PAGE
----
It’s been over a year since COVID-19 made its way into the U.S. As the pandemic started to pick up, there was a lot of uncertainty, confusion, and probably some anger as we watched long anticipated events get canceled and had to drive to 5 different stores just to find toilet paper. Mask mandates and other COVID-19 regulations had been put in place. Masks must be worn, social distancing must be followed, and many businesses left with no choice but to operate at half the capacity they normally would. But now, there might just be a light at the end of the tunnel. The Centers for Disease Control and Prevention (CDC) recently announced that fully vaccinated people no longer need to wear masks in most indoor and outdoor settings. Also most businesses can return to operating at full capacity.
Individual businesses can still require mask wearing by their employees and patrons, as well as enforce social distancing if they choose to. While of course we’re all eager to implement these new guidelines, experts say that employers shouldn't be too swift to throw away COVID-19 policies completely. There are some cases where the CDC says masks must still be worn, such as in hospitals or long term care facilities where people are more at risk. If you're traveling by public transportation such as a bus or airplane, facial coverings are still required, as well as at transportation hubs.
Retailers and restaurants will be faced with new challenges as they lift their COVID-19 policies. One of the biggest concerns is how will employers and employees know who is vaccinated and who is not? The answer is simple, we won't know. It’s created a lot of confusion so far for businesses, who will be left to make and enforce their own rules. Some companies such as Starbucks and Home Depot have already announced they are keeping their COVID-19 policies in place for the foreseeable future.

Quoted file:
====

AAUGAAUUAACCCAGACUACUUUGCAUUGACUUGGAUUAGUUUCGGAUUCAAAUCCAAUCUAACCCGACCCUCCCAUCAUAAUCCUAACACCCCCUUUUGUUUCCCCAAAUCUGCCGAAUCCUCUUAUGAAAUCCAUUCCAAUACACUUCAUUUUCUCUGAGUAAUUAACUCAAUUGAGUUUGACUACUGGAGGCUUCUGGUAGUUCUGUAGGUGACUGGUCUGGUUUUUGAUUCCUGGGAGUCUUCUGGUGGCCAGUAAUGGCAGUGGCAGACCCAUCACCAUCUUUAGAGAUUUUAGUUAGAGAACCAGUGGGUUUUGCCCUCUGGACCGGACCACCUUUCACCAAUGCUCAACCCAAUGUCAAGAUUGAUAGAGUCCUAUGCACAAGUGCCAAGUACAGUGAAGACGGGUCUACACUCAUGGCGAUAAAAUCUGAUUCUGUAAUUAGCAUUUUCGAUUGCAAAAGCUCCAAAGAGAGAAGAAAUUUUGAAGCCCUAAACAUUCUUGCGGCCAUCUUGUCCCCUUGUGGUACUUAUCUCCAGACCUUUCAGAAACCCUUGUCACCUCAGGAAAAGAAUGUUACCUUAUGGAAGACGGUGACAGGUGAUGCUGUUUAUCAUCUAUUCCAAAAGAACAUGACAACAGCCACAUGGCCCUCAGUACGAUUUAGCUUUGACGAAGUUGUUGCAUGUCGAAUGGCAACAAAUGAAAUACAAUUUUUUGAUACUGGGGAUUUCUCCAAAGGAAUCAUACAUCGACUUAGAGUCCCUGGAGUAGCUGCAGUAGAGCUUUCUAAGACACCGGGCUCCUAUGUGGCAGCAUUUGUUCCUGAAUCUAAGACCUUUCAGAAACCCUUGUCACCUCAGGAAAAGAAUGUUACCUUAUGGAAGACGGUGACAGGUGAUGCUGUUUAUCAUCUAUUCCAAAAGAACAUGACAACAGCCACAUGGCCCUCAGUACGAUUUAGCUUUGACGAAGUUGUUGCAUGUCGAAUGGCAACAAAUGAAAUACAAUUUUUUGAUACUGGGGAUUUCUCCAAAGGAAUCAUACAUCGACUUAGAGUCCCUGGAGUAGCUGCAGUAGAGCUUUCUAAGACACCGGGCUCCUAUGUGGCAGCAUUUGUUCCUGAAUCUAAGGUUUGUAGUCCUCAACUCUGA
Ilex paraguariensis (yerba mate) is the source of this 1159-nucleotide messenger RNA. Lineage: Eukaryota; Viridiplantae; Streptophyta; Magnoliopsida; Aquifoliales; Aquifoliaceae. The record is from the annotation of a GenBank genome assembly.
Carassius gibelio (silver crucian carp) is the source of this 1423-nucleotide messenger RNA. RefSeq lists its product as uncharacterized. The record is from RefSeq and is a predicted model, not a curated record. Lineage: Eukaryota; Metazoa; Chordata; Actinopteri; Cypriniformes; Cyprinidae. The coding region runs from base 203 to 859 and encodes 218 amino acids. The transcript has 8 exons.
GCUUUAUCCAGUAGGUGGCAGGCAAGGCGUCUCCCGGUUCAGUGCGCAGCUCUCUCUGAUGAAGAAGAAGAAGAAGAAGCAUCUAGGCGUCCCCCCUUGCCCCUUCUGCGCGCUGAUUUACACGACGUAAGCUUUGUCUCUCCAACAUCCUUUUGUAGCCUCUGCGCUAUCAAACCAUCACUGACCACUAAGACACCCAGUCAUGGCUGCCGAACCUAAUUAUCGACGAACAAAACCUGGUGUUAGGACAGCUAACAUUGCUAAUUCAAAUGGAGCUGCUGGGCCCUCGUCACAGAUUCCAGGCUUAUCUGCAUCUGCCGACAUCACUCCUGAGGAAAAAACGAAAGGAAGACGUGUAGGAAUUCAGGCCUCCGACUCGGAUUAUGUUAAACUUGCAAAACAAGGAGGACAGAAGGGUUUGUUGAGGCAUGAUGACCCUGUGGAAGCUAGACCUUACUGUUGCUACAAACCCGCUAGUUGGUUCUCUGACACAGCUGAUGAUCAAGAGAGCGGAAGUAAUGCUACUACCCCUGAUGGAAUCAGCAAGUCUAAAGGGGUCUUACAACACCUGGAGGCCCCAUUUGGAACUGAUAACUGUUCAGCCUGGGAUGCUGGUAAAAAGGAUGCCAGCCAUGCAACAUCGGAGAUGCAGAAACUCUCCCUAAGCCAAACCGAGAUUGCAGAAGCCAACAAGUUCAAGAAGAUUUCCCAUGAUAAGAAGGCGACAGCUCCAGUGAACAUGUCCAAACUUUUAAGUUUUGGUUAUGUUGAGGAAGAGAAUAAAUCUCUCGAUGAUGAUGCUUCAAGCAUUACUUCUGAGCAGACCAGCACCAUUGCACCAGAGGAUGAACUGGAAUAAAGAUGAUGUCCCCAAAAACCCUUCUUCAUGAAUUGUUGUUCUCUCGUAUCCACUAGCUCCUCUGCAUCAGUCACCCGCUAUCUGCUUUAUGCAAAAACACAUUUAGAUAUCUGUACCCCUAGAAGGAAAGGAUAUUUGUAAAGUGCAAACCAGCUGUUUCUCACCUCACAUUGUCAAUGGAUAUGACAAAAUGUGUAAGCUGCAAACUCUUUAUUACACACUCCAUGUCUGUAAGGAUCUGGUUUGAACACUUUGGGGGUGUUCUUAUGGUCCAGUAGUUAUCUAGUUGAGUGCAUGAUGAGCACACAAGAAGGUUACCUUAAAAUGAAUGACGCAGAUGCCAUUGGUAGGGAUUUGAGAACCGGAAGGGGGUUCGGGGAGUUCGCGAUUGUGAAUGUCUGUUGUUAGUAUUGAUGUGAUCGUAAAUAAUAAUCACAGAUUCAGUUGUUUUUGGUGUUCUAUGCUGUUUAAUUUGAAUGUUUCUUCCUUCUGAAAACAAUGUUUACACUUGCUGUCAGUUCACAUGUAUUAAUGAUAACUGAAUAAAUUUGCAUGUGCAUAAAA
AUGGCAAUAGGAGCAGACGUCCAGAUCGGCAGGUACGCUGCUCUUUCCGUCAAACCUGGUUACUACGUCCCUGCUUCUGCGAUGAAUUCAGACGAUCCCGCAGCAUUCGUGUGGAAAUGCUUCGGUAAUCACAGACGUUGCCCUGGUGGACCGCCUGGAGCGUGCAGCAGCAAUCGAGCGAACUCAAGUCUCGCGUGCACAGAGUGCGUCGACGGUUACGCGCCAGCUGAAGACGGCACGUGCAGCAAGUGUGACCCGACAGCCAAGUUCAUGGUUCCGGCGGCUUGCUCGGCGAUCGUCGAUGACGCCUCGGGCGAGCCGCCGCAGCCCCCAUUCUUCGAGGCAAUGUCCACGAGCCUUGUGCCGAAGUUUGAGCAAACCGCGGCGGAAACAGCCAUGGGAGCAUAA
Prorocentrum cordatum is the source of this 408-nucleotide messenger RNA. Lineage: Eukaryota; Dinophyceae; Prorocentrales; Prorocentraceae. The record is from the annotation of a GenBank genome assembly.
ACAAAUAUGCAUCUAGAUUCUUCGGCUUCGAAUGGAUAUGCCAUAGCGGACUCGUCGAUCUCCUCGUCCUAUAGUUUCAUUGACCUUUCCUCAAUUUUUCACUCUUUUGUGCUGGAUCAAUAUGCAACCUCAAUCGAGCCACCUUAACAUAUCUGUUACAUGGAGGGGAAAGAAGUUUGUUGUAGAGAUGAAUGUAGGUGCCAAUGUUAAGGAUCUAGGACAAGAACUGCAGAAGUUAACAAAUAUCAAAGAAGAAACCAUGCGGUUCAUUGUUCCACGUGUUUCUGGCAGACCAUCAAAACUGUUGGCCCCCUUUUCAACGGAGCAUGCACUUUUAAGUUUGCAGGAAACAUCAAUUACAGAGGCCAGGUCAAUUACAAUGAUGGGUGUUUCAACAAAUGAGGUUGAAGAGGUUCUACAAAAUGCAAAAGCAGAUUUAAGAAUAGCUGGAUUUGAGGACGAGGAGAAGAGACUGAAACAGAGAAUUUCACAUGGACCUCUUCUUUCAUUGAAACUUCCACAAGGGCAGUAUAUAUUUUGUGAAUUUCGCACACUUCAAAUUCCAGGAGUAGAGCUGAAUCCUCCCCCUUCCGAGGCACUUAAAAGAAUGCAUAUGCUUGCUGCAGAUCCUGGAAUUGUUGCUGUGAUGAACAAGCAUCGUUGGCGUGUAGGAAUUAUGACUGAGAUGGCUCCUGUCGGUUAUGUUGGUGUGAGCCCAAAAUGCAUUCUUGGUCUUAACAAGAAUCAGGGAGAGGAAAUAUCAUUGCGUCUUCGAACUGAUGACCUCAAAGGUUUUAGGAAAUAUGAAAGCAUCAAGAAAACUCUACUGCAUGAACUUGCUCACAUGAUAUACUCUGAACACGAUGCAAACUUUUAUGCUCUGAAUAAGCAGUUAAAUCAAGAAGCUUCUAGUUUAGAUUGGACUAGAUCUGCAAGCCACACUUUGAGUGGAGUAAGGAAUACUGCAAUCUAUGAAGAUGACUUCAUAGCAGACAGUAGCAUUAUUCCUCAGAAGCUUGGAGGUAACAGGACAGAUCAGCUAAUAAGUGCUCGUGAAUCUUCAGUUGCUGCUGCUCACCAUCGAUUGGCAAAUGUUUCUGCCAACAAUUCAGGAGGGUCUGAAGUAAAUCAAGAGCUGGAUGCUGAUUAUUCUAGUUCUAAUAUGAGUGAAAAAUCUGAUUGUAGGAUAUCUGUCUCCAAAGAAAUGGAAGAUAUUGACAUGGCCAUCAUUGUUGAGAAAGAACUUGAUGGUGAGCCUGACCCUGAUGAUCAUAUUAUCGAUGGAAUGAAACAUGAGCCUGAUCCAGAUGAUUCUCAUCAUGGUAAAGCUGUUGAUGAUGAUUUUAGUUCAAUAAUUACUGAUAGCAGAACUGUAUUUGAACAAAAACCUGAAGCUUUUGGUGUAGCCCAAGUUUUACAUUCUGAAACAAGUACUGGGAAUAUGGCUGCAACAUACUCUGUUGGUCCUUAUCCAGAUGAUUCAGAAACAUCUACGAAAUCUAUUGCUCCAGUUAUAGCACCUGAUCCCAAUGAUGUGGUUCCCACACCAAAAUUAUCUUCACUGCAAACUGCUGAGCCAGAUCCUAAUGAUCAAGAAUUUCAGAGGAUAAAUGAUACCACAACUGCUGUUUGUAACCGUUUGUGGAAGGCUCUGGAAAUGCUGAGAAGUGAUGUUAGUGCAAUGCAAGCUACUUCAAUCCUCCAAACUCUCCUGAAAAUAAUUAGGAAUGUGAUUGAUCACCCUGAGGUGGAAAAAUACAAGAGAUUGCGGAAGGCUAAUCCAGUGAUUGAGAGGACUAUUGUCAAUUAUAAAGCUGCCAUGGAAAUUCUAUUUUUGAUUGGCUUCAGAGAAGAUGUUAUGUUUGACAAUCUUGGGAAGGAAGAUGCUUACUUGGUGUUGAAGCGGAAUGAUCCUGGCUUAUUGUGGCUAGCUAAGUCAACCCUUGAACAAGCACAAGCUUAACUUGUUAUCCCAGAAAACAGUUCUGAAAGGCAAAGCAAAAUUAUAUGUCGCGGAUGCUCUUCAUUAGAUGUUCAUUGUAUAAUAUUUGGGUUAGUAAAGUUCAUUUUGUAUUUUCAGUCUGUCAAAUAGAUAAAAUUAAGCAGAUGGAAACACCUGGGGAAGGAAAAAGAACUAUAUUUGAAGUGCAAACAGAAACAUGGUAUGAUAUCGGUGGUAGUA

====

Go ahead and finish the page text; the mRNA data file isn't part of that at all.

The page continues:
We all hope to return to normal soon, but this doesn't mean we need to leave some of our pandemic habits behind. Hand washing, workplace cleanliness, encouraging employees not to come to work when they aren't feeling well (why was this not important before?!) have all been highlighted throughout this pandemic, and will aid in keeping people safe, not just from Covid but other viruses and illnesses as well.
Let’s not throw away the hand sanitizer or stop our cleaning routines just because COVID-19 cases have dropped. We all have learned important lessons throughout the past year, one of them being how important of a role hygiene and cleanliness plays in keeping us safe.
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